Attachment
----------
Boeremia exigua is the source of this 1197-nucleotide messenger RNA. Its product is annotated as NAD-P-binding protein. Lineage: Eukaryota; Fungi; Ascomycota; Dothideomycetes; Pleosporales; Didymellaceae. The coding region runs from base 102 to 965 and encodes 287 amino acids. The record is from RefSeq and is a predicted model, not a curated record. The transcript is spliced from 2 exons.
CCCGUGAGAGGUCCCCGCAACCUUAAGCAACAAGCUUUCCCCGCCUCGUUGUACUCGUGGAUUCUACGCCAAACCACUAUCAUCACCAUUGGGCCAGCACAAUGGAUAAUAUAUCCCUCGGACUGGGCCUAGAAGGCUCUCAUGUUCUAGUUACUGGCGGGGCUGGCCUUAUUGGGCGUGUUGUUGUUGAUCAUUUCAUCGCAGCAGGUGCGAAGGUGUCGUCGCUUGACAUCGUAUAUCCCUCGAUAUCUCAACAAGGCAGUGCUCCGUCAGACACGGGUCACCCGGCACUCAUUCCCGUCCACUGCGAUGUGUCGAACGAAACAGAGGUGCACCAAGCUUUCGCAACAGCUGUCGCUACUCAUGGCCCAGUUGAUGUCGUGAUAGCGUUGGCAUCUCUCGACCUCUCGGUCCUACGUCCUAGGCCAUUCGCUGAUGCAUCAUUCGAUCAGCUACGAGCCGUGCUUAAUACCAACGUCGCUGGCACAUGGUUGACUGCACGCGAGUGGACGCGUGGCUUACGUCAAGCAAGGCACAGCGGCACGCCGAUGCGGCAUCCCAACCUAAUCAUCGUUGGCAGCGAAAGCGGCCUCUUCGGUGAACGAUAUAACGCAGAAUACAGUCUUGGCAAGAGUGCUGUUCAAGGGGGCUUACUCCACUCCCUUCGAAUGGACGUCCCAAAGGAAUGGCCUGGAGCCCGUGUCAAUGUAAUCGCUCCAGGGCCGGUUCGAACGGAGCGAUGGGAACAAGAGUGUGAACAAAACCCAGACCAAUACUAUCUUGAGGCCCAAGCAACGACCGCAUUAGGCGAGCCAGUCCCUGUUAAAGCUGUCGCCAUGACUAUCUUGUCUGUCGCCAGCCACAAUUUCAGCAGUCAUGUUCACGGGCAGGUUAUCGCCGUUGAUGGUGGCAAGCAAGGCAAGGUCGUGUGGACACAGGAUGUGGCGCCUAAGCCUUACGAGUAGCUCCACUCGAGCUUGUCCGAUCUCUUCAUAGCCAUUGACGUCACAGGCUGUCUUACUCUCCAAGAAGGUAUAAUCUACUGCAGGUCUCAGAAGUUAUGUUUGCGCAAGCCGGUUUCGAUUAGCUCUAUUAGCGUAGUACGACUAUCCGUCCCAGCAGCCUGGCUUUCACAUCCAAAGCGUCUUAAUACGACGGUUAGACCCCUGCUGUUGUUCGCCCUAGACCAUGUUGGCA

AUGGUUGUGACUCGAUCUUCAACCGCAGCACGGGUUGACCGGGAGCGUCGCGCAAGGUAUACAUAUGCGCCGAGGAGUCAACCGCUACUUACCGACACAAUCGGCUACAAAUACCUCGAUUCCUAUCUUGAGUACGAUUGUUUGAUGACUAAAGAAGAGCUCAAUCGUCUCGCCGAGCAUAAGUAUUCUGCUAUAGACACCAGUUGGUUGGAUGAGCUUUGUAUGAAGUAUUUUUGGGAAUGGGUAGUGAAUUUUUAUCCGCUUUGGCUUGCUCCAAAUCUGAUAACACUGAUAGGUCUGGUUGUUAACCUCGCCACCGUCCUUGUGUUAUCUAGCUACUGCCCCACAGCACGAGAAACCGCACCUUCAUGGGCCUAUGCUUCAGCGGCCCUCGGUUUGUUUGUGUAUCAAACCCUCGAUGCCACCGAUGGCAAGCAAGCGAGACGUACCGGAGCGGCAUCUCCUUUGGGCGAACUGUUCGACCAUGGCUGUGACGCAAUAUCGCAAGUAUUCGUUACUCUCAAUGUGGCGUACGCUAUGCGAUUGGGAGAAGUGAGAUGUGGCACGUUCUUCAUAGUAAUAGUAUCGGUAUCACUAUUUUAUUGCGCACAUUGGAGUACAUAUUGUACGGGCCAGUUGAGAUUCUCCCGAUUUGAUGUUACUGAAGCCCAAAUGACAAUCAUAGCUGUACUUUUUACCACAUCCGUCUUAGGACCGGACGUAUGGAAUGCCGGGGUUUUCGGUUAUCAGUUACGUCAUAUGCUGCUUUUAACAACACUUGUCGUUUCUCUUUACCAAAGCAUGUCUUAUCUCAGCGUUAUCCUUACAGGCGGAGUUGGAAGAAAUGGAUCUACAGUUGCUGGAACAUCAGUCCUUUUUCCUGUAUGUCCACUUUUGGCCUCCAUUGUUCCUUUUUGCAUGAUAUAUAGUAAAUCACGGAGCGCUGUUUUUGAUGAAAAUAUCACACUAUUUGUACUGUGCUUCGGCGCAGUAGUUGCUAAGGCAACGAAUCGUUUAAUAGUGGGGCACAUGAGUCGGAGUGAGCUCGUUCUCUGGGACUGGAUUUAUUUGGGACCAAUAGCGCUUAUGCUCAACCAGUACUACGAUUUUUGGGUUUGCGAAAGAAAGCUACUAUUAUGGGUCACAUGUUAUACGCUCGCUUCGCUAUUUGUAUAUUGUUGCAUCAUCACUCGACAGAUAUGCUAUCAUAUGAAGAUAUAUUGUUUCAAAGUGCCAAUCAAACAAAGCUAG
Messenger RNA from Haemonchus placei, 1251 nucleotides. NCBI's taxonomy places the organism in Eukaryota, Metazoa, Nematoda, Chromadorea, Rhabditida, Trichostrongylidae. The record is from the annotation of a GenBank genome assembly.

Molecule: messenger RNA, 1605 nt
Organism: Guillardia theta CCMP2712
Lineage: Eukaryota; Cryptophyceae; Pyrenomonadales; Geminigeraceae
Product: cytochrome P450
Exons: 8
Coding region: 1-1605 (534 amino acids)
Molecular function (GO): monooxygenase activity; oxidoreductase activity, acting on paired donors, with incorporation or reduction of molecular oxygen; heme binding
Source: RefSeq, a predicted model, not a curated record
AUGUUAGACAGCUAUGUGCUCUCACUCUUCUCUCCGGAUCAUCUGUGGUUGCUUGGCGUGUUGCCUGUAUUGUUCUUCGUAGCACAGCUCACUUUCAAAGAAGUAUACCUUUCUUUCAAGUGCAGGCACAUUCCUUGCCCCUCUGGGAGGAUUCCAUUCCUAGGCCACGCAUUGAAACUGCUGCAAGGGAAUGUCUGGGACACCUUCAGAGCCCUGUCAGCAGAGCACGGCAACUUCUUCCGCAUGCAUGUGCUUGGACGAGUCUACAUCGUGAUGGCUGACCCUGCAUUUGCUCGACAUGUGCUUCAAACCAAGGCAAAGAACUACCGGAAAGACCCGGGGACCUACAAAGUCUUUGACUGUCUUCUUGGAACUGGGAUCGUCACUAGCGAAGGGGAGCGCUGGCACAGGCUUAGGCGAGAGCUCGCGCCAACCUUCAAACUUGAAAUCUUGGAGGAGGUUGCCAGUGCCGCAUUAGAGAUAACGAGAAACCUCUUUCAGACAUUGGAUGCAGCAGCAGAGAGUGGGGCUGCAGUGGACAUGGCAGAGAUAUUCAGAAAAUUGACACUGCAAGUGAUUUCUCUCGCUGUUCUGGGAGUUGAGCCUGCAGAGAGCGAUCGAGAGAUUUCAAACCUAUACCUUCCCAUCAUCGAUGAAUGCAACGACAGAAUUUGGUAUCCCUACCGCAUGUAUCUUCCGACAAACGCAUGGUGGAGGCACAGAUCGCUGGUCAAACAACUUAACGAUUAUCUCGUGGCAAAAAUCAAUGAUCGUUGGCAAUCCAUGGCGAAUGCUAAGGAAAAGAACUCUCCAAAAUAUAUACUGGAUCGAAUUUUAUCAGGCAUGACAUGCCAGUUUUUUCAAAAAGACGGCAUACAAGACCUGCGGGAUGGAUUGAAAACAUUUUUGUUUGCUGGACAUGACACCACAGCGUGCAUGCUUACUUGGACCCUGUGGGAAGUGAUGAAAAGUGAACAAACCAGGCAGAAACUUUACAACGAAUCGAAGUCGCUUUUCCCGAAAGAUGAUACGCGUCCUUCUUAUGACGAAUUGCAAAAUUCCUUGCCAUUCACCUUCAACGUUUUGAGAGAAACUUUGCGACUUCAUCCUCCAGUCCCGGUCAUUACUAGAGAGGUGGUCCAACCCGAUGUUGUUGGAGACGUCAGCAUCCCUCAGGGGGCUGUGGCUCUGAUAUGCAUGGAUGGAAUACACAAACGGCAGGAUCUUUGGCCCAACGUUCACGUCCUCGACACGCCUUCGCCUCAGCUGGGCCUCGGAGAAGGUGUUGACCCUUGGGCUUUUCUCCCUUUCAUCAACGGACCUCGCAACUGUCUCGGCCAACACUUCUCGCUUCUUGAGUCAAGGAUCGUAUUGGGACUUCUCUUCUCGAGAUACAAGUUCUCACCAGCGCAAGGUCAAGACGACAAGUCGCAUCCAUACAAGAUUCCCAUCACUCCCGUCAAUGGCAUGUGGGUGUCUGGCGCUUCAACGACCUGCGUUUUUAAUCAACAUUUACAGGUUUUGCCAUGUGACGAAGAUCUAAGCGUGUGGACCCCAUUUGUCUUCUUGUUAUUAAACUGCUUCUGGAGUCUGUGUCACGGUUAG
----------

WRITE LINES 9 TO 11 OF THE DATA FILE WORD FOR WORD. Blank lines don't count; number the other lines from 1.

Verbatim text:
Exons: 8
Coding region: 1-1605 (534 amino acids)
Molecular function (GO): monooxygenase activity; oxidoreductase activity, acting on paired donors, with incorporation or reduction of molecular oxygen; heme binding